Safety, inclusion and transparency will be key areas for Mr Arsenio Dominguez’s tenure as Secretary-General of the International Maritime Organization.

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SMW 2024: Maritime industry on track to adopt mid-term decarbonisation measures, says IMO chief

The article ‘Maritime industry on track to adopt mid-term decarbonisation measures: IMO chief’ was first published on Issue 1 of the Singapore Maritime Week 2024 Show Dallies; it has been reproduced in its entirety on Singapore bunkering publication Manifold Times with permission from The Nutgraf and the Maritime and Port Authority of Singapore:

Toh Wen Li
[email protected]

The maritime industry is “on track” to roll out decarbonisation measures by 2025 as set out by the International Maritime Organization, said its new chief Arsenio Dominguez.

“We are on track to adopt mid-term measures by late 2025 to cut greenhouse gas (GHG) emissions, to reach net zero targets,” said Mr Dominguez, who took over as IMO Secretary-General in January.

In 2023, the IMO released a revised GHG strategy to reach net-zero emissions from shipping by or around 2050 – far more ambitious than its 2018 initial GHG strategy, which aimed only to cut emissions by at least 50 per cent compared to 2008.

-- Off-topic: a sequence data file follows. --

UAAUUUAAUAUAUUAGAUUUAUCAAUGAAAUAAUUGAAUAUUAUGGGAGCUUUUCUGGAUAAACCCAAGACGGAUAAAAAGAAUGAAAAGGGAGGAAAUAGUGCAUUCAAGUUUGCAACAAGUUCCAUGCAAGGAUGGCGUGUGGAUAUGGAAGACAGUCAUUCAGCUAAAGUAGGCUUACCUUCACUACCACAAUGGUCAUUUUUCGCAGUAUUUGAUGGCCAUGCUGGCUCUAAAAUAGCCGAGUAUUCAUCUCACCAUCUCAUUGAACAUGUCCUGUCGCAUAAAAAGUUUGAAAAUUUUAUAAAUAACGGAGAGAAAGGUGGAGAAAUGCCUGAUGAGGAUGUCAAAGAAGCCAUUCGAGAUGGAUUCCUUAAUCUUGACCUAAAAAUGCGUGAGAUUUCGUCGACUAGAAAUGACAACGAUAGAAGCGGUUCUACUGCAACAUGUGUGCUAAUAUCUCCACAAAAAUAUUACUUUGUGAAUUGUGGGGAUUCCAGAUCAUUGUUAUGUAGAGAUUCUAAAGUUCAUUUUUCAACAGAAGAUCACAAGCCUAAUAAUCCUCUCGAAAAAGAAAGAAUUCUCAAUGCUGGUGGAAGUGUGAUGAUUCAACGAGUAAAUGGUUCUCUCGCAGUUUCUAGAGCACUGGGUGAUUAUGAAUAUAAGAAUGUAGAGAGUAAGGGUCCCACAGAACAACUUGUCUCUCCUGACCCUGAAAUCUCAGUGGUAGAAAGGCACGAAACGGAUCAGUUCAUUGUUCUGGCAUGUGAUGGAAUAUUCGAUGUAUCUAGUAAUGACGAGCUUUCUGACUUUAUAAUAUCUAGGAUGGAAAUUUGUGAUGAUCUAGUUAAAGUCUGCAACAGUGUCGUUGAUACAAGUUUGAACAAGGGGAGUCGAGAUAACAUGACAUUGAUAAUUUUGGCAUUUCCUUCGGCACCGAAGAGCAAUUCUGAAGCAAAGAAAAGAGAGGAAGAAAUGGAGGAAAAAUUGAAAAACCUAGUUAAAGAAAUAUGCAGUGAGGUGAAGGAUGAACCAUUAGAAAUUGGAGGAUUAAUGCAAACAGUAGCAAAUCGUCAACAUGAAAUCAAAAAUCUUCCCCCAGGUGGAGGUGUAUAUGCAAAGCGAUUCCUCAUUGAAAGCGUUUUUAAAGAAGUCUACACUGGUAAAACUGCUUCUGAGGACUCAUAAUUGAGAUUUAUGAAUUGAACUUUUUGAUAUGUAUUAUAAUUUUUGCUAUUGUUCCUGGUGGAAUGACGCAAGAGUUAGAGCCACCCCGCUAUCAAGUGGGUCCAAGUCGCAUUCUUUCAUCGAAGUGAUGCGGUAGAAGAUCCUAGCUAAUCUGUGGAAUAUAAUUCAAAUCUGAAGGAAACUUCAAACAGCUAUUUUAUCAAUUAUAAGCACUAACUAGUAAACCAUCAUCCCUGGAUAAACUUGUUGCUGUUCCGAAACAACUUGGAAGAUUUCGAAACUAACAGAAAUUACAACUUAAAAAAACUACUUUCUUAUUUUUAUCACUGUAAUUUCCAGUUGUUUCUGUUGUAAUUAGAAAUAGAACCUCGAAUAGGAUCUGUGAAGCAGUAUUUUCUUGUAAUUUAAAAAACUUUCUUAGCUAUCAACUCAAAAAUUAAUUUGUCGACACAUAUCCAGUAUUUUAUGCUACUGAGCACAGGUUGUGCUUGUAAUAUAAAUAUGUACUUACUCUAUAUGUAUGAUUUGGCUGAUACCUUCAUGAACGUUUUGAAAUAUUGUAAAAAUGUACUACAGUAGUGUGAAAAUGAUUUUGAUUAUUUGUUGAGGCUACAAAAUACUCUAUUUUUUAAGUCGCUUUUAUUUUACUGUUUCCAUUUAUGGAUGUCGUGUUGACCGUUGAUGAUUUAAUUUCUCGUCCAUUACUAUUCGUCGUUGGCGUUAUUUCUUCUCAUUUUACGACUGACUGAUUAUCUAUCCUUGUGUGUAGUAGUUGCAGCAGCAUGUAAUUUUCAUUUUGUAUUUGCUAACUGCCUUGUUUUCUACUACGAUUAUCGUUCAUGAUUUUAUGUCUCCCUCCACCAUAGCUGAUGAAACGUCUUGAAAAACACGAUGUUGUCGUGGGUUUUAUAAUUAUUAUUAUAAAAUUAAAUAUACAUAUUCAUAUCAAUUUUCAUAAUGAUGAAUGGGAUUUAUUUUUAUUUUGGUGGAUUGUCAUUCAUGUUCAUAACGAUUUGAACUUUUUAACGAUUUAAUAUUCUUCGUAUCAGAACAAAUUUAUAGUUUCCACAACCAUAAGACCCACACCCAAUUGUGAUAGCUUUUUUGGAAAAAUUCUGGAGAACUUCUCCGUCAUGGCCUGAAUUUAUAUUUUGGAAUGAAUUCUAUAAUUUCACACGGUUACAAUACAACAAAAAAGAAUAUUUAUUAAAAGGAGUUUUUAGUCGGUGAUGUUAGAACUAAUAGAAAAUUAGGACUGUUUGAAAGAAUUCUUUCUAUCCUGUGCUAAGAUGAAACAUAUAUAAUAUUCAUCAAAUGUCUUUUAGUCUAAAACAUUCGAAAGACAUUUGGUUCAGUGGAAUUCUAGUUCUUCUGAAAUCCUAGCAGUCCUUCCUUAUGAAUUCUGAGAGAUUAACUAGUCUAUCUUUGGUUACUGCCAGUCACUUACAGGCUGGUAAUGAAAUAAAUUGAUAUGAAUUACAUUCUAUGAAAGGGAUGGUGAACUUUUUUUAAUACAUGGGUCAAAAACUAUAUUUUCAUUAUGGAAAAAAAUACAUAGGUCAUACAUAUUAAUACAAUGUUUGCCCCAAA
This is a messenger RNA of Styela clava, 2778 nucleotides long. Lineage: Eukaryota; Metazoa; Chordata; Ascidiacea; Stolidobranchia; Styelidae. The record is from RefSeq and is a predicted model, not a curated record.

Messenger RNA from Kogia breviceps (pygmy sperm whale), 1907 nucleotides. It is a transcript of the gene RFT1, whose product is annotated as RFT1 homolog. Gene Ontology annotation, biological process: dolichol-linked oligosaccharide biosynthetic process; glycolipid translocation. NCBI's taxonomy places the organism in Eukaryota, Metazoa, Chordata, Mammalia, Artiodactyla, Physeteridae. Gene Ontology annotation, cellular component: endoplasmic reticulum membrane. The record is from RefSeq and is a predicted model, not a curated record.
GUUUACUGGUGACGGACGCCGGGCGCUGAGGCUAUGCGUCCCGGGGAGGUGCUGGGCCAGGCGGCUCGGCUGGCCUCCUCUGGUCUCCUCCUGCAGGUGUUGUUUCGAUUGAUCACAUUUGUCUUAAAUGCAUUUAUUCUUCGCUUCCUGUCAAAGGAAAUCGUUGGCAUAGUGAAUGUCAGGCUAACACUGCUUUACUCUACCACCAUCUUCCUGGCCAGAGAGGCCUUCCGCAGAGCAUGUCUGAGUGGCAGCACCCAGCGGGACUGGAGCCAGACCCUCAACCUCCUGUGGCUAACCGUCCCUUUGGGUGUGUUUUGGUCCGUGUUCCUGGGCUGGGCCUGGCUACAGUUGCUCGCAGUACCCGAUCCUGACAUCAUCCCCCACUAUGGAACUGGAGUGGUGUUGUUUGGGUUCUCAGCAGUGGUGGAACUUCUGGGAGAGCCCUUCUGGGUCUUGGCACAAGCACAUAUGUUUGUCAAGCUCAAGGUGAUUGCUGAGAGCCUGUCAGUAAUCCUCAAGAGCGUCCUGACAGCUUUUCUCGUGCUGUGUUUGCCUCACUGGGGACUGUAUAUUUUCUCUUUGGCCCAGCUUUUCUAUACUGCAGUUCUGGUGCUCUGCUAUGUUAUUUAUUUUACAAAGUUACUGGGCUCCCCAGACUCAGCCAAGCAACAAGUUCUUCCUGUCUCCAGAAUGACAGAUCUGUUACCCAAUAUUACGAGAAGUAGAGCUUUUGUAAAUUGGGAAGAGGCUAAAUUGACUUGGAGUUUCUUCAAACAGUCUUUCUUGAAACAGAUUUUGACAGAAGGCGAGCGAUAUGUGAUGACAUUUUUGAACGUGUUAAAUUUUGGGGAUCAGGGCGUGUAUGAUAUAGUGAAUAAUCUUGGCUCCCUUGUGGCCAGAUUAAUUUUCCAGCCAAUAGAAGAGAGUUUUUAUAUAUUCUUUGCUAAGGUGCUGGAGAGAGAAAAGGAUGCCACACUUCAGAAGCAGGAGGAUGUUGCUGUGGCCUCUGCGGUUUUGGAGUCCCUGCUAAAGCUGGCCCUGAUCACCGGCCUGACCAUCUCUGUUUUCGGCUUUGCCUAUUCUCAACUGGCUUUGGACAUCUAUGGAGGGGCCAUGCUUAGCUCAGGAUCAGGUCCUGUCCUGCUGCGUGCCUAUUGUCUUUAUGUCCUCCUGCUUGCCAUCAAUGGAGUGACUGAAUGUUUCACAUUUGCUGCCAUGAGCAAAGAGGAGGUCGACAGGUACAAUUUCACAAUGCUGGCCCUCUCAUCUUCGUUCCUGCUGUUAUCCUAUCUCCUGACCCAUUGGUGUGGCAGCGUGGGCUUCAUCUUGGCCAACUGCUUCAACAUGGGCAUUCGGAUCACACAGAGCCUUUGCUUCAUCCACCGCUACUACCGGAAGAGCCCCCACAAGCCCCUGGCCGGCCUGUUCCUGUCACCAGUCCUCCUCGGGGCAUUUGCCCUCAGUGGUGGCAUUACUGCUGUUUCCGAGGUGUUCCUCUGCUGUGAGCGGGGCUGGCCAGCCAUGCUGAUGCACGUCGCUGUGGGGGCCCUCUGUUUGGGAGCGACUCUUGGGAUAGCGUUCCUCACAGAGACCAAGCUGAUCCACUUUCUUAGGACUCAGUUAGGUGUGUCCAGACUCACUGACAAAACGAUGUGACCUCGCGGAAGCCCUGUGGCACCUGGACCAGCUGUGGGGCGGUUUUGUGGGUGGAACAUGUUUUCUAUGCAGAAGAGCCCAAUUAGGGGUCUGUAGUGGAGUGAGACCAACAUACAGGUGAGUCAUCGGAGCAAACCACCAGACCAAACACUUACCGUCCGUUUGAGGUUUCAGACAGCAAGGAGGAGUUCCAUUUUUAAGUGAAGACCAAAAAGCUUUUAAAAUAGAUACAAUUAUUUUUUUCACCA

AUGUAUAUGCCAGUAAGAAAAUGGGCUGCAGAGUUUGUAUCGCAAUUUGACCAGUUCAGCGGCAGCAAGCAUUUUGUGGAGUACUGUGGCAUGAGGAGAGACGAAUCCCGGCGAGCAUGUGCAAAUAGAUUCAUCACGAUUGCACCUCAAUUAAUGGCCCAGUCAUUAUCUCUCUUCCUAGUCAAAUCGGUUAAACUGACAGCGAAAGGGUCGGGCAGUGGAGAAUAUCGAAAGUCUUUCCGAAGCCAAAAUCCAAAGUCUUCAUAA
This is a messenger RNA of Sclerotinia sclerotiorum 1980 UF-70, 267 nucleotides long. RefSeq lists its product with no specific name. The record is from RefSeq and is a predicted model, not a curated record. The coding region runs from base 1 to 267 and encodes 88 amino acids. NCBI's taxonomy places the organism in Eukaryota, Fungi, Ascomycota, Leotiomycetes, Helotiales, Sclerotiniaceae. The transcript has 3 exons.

“These will help us progress towards achieving netzero GHG emissions by or around 2050, with indicative checkpoints to reach by 2030 (cut GHG emissions by at least 20 per cent, striving for 30 per cent), and 2040 (cut GHG emissions by at least 70 per cent, striving for 80 per cent).”

Mr Dominguez, who will be speaking on the opening day of the 18th edition of SMW, also emphasised the need to keep seafarers safe against the backdrop of heightened geopolitical tensions. He said the attacks on ships in the Red Sea have far-reaching economic implications.

“Prolonged disruptions in container shipping could lead to delayed deliveries, high costs, and inflation. Energy security and food security could potentially be affected due to increased prices,” he said.

“These attacks pose serious threats to global maritime security, as well as the security and maritime trade for the coastal states in the region,” he said, calling out the Red Sea attacks as “categorically unacceptable”. But he remains confident that the industry will continue to stay resilient. “I trust that shipping organisations and Member States alike will come together in the relevant IMO fora to seek collaboration and look for solutions together.”

Mr Dominguez also pledged to create a more inclusive IMO, one that is more gender-balanced in an industry that has long been dominated by men.